DBAP/Durham—The last time I covered the Durham Bulls was the night of April 10. They were shut out by the Charlotte Knights 5-0. After the game manager Charlie Montoyo joked that his older son Tyson said that his younger brother Alex had fallen asleep because the game was so boring. It was just one loss. No big deal. That’s baseball.
The Bulls won an 11am start the next morning, April 11, and everything seemed normal. The team departed Durham for their first road trip with a 5-2 record. Granted, that looming trip was a monster: 14 games in 14 days in Gwinnett, Charlotte, Pawtucket, and Norfolk. But the Bulls sported a talented starting pitching staff and a solid lineup and appeared well on the way to contending for a 6th consecutive division title under manager Charlie Montoyo.
Then the team lost 15 of 16 games, including 12 in a row and counting after tonight’s 2-0 loss to the Indianapolis Indians, leaving their record at 6-17. After tonight’s game, second baseman Will Rhymes, who has spent part of eight seasons in the minor leagues, looked back at that road trip, with a wry smile on his face: “It was brutal. I think it was the worst road trip I’ve ever experienced in baseball. It was poorly planned by the league, in terms of day games after night games, and long travel between games with no days off.”
Then Rhymes paused, clearly not blaming the schedulers for the Bulls’ record, and said: “There are a lot of good baseball players in this locker room. One day something will happen and we’ll turn things around. It’s still April.”
Tonight’s game was nearly a duplicate of the last game I covered eighteen days ago: An excellent performance by a Bulls’ righthander (then Alex Cobb, tonight Chris Archer) was wasted when the Bulls couldn’t score off an opponent’s lefty of the proverbial crafty variety (then it was the Knights’ Eric Stults, tonight it was the Indians’ Rudy Owens).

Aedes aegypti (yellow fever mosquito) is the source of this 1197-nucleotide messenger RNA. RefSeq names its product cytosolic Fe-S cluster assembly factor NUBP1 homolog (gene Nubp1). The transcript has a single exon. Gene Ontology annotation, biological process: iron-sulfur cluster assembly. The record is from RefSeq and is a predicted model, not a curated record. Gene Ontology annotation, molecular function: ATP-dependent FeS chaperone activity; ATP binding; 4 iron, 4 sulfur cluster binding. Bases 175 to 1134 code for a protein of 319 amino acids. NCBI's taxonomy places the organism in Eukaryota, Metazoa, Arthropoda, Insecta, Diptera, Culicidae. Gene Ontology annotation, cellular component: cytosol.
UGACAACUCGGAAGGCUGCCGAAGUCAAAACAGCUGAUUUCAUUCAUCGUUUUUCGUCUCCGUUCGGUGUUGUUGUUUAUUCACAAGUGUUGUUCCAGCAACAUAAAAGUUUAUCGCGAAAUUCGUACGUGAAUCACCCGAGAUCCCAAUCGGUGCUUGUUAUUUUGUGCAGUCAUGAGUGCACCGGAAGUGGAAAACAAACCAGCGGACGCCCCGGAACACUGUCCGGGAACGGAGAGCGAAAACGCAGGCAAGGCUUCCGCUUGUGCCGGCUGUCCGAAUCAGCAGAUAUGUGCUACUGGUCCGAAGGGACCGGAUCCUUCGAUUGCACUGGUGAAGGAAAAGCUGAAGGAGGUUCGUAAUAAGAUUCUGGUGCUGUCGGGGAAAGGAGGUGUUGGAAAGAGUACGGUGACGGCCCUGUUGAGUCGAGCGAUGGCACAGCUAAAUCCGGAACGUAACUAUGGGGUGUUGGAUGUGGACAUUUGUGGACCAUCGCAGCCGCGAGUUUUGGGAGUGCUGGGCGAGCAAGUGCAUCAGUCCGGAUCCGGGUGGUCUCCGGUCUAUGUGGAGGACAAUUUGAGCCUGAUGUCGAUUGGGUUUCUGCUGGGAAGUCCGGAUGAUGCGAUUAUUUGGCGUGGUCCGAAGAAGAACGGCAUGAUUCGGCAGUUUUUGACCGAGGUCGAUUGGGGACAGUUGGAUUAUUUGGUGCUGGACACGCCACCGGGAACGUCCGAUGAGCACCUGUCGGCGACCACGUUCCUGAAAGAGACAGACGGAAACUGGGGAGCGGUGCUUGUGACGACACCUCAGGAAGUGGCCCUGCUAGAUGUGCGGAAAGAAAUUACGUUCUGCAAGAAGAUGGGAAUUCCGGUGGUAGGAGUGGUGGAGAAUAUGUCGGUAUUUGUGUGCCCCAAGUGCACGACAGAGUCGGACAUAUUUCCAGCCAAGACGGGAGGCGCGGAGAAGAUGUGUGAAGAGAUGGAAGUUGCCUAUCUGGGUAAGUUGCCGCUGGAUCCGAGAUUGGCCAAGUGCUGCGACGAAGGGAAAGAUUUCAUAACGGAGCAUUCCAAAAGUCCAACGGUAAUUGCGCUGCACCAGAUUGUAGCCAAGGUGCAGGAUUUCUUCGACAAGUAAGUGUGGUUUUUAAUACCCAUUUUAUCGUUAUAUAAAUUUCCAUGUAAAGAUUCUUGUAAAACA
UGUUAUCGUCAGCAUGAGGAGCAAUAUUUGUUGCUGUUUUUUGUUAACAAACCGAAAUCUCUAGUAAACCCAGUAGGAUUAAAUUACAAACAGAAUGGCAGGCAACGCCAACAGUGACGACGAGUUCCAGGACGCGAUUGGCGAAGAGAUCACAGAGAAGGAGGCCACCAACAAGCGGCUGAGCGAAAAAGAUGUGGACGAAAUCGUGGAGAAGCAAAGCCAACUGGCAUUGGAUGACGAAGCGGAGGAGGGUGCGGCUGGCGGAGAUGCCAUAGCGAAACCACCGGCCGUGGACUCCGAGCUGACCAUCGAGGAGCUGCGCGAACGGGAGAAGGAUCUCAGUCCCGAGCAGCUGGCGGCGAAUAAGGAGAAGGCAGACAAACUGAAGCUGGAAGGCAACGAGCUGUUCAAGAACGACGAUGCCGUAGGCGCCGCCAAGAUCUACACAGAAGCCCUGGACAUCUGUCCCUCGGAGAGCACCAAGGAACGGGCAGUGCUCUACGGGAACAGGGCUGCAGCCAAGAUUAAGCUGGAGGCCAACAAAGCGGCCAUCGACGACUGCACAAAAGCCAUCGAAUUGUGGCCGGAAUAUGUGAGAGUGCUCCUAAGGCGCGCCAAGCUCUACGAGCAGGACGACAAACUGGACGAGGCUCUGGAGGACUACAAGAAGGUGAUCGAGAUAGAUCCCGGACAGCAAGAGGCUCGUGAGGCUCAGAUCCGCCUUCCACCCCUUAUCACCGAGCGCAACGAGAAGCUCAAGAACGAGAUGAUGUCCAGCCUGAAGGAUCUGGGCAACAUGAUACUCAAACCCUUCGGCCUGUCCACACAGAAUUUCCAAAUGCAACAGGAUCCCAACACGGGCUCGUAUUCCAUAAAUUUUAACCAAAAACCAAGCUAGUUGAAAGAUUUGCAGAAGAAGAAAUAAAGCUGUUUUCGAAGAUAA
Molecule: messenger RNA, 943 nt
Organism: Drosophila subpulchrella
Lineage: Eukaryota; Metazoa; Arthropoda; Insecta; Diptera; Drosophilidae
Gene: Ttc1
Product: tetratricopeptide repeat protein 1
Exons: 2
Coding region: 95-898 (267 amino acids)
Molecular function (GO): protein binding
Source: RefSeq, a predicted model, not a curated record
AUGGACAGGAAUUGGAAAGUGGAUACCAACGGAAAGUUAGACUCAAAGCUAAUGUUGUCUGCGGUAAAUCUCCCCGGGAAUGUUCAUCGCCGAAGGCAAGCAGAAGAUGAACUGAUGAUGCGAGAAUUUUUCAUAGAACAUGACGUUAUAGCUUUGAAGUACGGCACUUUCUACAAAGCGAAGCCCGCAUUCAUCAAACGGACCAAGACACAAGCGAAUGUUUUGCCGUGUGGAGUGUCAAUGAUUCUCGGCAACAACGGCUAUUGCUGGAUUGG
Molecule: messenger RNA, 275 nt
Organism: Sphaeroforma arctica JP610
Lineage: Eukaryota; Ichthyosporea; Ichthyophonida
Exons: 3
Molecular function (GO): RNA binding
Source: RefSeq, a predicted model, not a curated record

The Bulls outhit the Indians 6-3 tonight, but the only time they had more than one hit in an inning was the third, when CF Jesus Feliciano led off with a single and C Craig Albernaz followed with a long single into the leftfield gap that sent Feliciano to third. But Albernaz was thrown out at second trying to stretch it into a double. On the next pitch Rhymes popped up to second base and then SS Reid Brignac struck out. It would be the Bulls’ only threat of the game.
Attendance tonight was 8411, a nice turnout.
It was an overcast 59 degrees for the 5:09pm first pitch and by the end of the game at 8:35pm it was a few degrees cooler. There have been rowdier crowds of 3500 on a random Tuesday night at the DBAP. The crowd was cooled by the weather and lack of offense.
Indianapolis recorded only 28 at-bats in the game, the Bulls 31. Rudy Owens mixed a fastball in the 88-90 mph range with a changeup and breaking ball, both around 77-79mph. Archer hit 95mph several times and mixed in offspeed pitches in the low 80s.
The hardest hit balls by the Bulls were a double to the rightfield wall to open the first inning by Rhymes (he was stranded by two K’s and a weak pop fly) and a shot by LF Stephen Vogt to the 400-foot marker on the center field wall, run down by Indians CF Starling Marte on a dead sprint.
Other highlights of the game were four slow bouncers by Indians’ batters fielded impressively on the run behind the mound by Reid Brignac who managed to get all four runners in bang-bang plays at first place. You know it’s an event-less game when slow rollers are among the most memorable plays.
For the Indians, all they needed was a second inning triple that RF Brandon Boggs hit off the Burt’s Bees sign just left of centerfield, scoring SS Jordy Mercer from first base. Boggs scored two batters later on a sacrifice fly by C Jose Morales.
The season is long. The 2009 Durham Bulls team, which won the AAA national championship, lost 8 in a row that June. It will be interesting to see if this team can bounce back. The first week of the season, a commentator on the MLB TV channel remarked that the Durham Bulls opened the season with a starting rotation that might be better than a few rotations in the major leagues. Archer lived up to that billing tonight. But it wasn’t enough.